The US Coast Guard commissioned USCGC Jacob Poroo, its 25th fast response cutter (FRC), in a ceremony in New Orleans on December 8.
The cutter is the second FRC stationed in Pascagoula, Mississippi, and in the Coast Guard’s Eighth District, which encompasses all or part of 26 states, including the portion of the Gulf Coast that extends from Texas to the Florida panhandle.
The Sentinel-class FRCs posses advanced command, control, communications, computers, intelligence, surveillance and reconnaissance equipment; over-the-horizon cutter boat deployment to reach vessels of interest; and improved habitability and seakeeping.
The ships can reach a top speed of at least 28 knots and have an endurance of five days. The FRCs are designed for multiple missions, including search and rescue; national defense; ports, waterways and coastal security; drug and migrant interdiction; and fisheries patrols.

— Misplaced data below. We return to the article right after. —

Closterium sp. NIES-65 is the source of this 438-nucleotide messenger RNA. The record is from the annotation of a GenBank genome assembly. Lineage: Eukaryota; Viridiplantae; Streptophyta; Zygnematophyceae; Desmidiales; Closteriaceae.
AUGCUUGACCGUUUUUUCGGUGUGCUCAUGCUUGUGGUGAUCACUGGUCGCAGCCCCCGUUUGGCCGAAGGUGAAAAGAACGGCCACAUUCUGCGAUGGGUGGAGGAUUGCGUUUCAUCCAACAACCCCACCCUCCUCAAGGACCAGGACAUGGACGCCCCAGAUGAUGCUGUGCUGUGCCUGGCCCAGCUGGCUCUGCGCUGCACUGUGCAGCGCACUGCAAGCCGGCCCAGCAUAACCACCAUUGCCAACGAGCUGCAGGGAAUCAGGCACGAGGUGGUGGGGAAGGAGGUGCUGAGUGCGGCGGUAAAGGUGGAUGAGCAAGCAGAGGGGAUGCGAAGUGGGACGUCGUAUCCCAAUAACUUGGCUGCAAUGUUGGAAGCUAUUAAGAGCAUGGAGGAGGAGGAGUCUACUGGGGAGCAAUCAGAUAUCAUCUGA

The Coast Guard is acquiring 58 FRCs to replace its 110-foot Island-class patrol boats; 44 have been ordered. Twenty-five are in service: 12 in Florida, six in Puerto Rico, two in Alaska, two in New Jersey, two in Mississippi and one in Hawaii. Future FRC homeports include Atlantic Beach, North Carolina, and San Pedro, California.
The cutter’s namesake, Petty Officer 1st Class Jacob Poroo, suffered fatal injuries after entering a burning building to attempt a rescue June 2, 1968. At the time, Poroo was serving as a hospital corpsman stationed on Coast Guard Cutter Balsam, based in Adak, Alaska. Poroo and several others escaped the early morning fire safely, but he heard shouting from the building, which he believed was one of his companions, so he went back in to assist. After Poroo had determined that everyone was safe, he gave sound medical advice to his companions until help arrived, despite receiving second- and third-degree burns over 75 percent of his body. He died from medical complications later that month. For his courage and altruism, he received the Coast Guard Medal.